New park in Hollywood official; Orlando gets expansion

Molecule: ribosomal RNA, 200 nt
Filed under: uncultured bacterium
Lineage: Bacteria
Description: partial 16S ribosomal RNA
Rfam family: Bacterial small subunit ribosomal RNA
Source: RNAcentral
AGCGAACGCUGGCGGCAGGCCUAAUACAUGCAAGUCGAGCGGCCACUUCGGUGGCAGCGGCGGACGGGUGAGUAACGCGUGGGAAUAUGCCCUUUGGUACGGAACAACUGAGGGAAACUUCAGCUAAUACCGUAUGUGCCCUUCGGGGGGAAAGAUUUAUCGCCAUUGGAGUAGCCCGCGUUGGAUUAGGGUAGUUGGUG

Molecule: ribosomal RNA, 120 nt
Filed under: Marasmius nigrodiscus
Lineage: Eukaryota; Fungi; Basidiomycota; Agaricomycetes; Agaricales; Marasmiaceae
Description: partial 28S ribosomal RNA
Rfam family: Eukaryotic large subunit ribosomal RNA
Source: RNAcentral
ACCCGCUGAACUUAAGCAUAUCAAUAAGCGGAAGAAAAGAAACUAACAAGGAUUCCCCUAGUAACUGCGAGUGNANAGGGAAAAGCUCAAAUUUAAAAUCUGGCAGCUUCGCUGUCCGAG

Harry Potter has even more heavy lifting to do for Universal.Universal Parks and Resorts on Tuesday revealed plans to “greatly expand” its existing Wizarding World of Harry Potter park in Orlando, Fla., and “build upon the fantastic experience that already exists” there, according to parks chairman-CEO Tom Williams, while replicating the massive attraction in Hollywood. Initial project, which cost around $265 million to build, features Hogwarts Castle, Hogsmeade village and various shops from J.K. Rowling’s books and WB’s movies while offering rides like Forbidden Journey and Flight of the Hippogriff. Restaurants like the Three Broomsticks and the Hog’s Head sell frothy butterbeer, while Ollivanders and Zonko’s Joke Shop sell wands and themed candy. No further specifics were disclosed, including when the expansions would be ready – or in the Florida park’s case, just what new attractions would be built. Studio toppers at both U and Warner Bros., which manages the licensing rights to “Harry Potter” with Rowling, initially announced the first park’s plans in 2007 before it opened in June 2010. A similar timeframe is expected for the new projects. The announcement was celebrated with much fanfare Tuesday, as Universal and Warner Bros.’ studio chiefs raised mugs of butterbeer with California Gov. Jerry Brown and L.A. County supervisor Zev Yaroslavsky to toast plans to build a new Wizarding World park at Universal Studios Hollywood, with a marquee “Hogwarts is coming to Hollywood” on the Globe Theater behind them. After operating in the shadows of the Mouse House’s Walt Disney World resort for years, the Wizarding World of Harry Potter gave Universal the boost it had long been looking for. Even though it opened in the middle of the year, attendance rose 20% for Universal in Orlando last year and a whopping 52% during the first half of 2011. “Normally, you put a new attraction out and you’re delighted if you get a 5% bump in attendance,” NBCUniversal CEO Steve Burke told analysts this fall. “Harry Potter came out and we were seeing 40% and 50% bumps, just a gigantic sea change in the profitability.” When Comcast bought NBC-Universal for $13.5 billion, theme parks were “the last thing on our list,” Burke has said. But thanks to Harry Potter, the parks now rank as the second-most profitable division at the conglom, behind pay TV channels. Revenue was up 33% during the first nine months of the year to $1.49 billion, which was one reason NBCUniversal paid the Blackstone Group $1.03 billion in June for the 50% of its Orlando parks that it didn’t own. At this week’s UBS Global Media and Communications conference in New York City, Comcast chief financial officer Michael Angelakis said the addition of Harry Potter at Islands of Adventure “has really been a reset mechanism for that park.” As a result, the expansion of Wizarding World was inevitable. It’s no surprise U is eager to make room for the Potter park; the Orlando version has consistently broken attendance and sales records since opening. Additional versions are being considered for U’s overseas parks. With Disney readying “Cars Land” to open at California Adventure in Anaheim next summer, Universal has been looking for ways to lure tourists to Hollywood. U is building a 3D ride based on Paramount’s “Transformers” franchise that opens in the spring. Upgrades are part of NBCUniversal’s 20-year Evolution plan that will refresh its studio facilities, as well as entertainment centers like the theme park and CityWalk with new attractions, hotels and eateries. The plan also includes an option to replace its current Gibson-branded amphitheater with a smaller venue, used for concerts, film premieres and award shows. Given that “Terminator 2 3-D: Battle Across Time” is showing its age after opening in 1999, the attraction and the nearby amphitheater could serve as the new home for Hollywood’s Wizarding World, which will take up around 20 acres. That spot would enable Hogwarts Castle to tower above the park and be seen for miles, especially when driving on the busy 101 and 134 freeways. U also wants to find a replacement for its “Waterworld” show. With the overhaul, however, Universal has been working closely with the city and area neighborhoods to appease fears of traffic congestion. The new addition is expected to cost “several hundred million dollars,” in line with the first park’s cost, and generate more than 1,000 jobs, said Universal Studios prexy-chief operating officer Ron Meyer. Meyer maintained that the Potter park “has set a new standard in themed entertainment and will change the face of tourism in Southern California.” Universal Studios Hollywood already generates $4.4 billion for the Los Angeles economy each year, said Yaroslavsky at the event. “As leaders in local government, we should be protective of the movie industry,” he added, “and double down on L.A.’s future of cultural tourism.” Brown praised the plans, saying, “It’s a great day when we see investment in California amid all the naysayers. California is a mythic place. Its very name has an aura that draws people here. The movie industry keeps hope alive and us thinking about the unexpected. We’re truly a state of imagination, and this Harry Potter park pushes us down the road.” Los Angeles Mayor Antonio Villaraigosa, who spoke during a pre-recorded segment while promoting tourism to L.A. in Beijing, also lauded the plans. “No doubt that Los Angeles and Gryffindor are one in the same,” he said. Also in a taped segment, Orlando Mayor Buddy Dyer enthused of the park’s expansion plans there, saying, “We’ve already seen the power of this brand.” Naturally, WB also benefits – in addition to licensing dollars for the theme park rights, it collects a portion of the merchandise sales made at the park. With the expansion, Warner Bros. chairman-CEO Barry Meyer said, “The future of Harry Potter is looking brighter today than ever,” and added that the franchise is “entering the next phase of what Harry Potter means to its loyal audience.” In Florida, Universal already has announced it is shutting down its “Jaws” ride in January and will replace its surrounding Amity town area and hanging great white with a new attraction at Universal Studios Orlando, which could be used for the new Potter expansion, enabling Islands of Adventure to help spread the wealth. Expansion of Wizarding World also comes as Disney is building a similar themed park based on “Avatar” at its Animal Kingdom resort. The Florida attraction does not include Diagon Alley, the Leaky Cauldron restaurant, the Forbidden Forest, a working train to Hogwarts or Gringotts Wizarding Bank, for example. Rowling wasn’t present at Tuesday’s event, but in a statement said, “I am sure that the teams at Universal and Warner Bros. will bring their expertise and attention to detail to Hollywood to make this new experience equally as exciting.” Also on hand at the event were WB’s Jeff Robinov, Diane Nelson, Kevin Tsujihara and Brad Globe. The only “Harry Potter” cast members present were James Phelps and Oliver Phelps, who portrayed Fred and George Weasley.